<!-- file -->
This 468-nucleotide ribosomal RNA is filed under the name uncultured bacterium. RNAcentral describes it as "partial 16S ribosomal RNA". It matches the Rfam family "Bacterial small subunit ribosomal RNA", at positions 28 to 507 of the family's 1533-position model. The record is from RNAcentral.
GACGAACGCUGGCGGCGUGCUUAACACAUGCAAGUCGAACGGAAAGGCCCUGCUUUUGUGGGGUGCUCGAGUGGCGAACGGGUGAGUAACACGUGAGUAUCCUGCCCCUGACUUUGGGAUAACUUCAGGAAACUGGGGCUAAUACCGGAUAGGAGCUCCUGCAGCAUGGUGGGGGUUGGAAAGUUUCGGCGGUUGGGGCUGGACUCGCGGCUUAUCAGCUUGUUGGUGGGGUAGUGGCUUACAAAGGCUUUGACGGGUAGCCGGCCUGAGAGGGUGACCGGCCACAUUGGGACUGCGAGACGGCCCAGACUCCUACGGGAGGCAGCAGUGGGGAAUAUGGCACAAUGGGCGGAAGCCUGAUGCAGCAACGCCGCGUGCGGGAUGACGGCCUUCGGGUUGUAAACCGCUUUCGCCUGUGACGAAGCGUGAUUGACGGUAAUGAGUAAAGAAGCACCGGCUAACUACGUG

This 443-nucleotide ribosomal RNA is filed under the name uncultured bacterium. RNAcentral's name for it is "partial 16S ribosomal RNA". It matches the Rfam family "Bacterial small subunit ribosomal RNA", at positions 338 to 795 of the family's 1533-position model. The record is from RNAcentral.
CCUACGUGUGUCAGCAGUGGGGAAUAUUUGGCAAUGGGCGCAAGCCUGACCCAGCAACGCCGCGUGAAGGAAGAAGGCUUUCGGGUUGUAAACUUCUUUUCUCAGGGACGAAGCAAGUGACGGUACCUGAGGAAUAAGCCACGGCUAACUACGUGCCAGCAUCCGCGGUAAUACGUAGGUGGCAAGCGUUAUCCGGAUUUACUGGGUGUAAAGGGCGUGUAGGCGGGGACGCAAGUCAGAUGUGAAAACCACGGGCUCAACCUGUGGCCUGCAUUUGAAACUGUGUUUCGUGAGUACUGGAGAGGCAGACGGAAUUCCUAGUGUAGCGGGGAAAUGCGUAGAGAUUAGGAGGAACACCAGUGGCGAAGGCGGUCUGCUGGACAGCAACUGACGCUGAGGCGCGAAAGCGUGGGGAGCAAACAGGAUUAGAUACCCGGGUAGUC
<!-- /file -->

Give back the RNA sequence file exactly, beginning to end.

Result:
This 468-nucleotide ribosomal RNA is filed under the name uncultured bacterium. RNAcentral describes it as "partial 16S ribosomal RNA". It matches the Rfam family "Bacterial small subunit ribosomal RNA", at positions 28 to 507 of the family's 1533-position model. The record is from RNAcentral.
GACGAACGCUGGCGGCGUGCUUAACACAUGCAAGUCGAACGGAAAGGCCCUGCUUUUGUGGGGUGCUCGAGUGGCGAACGGGUGAGUAACACGUGAGUAUCCUGCCCCUGACUUUGGGAUAACUUCAGGAAACUGGGGCUAAUACCGGAUAGGAGCUCCUGCAGCAUGGUGGGGGUUGGAAAGUUUCGGCGGUUGGGGCUGGACUCGCGGCUUAUCAGCUUGUUGGUGGGGUAGUGGCUUACAAAGGCUUUGACGGGUAGCCGGCCUGAGAGGGUGACCGGCCACAUUGGGACUGCGAGACGGCCCAGACUCCUACGGGAGGCAGCAGUGGGGAAUAUGGCACAAUGGGCGGAAGCCUGAUGCAGCAACGCCGCGUGCGGGAUGACGGCCUUCGGGUUGUAAACCGCUUUCGCCUGUGACGAAGCGUGAUUGACGGUAAUGAGUAAAGAAGCACCGGCUAACUACGUG

This 443-nucleotide ribosomal RNA is filed under the name uncultured bacterium. RNAcentral's name for it is "partial 16S ribosomal RNA". It matches the Rfam family "Bacterial small subunit ribosomal RNA", at positions 338 to 795 of the family's 1533-position model. The record is from RNAcentral.
CCUACGUGUGUCAGCAGUGGGGAAUAUUUGGCAAUGGGCGCAAGCCUGACCCAGCAACGCCGCGUGAAGGAAGAAGGCUUUCGGGUUGUAAACUUCUUUUCUCAGGGACGAAGCAAGUGACGGUACCUGAGGAAUAAGCCACGGCUAACUACGUGCCAGCAUCCGCGGUAAUACGUAGGUGGCAAGCGUUAUCCGGAUUUACUGGGUGUAAAGGGCGUGUAGGCGGGGACGCAAGUCAGAUGUGAAAACCACGGGCUCAACCUGUGGCCUGCAUUUGAAACUGUGUUUCGUGAGUACUGGAGAGGCAGACGGAAUUCCUAGUGUAGCGGGGAAAUGCGUAGAGAUUAGGAGGAACACCAGUGGCGAAGGCGGUCUGCUGGACAGCAACUGACGCUGAGGCGCGAAAGCGUGGGGAGCAAACAGGAUUAGAUACCCGGGUAGUC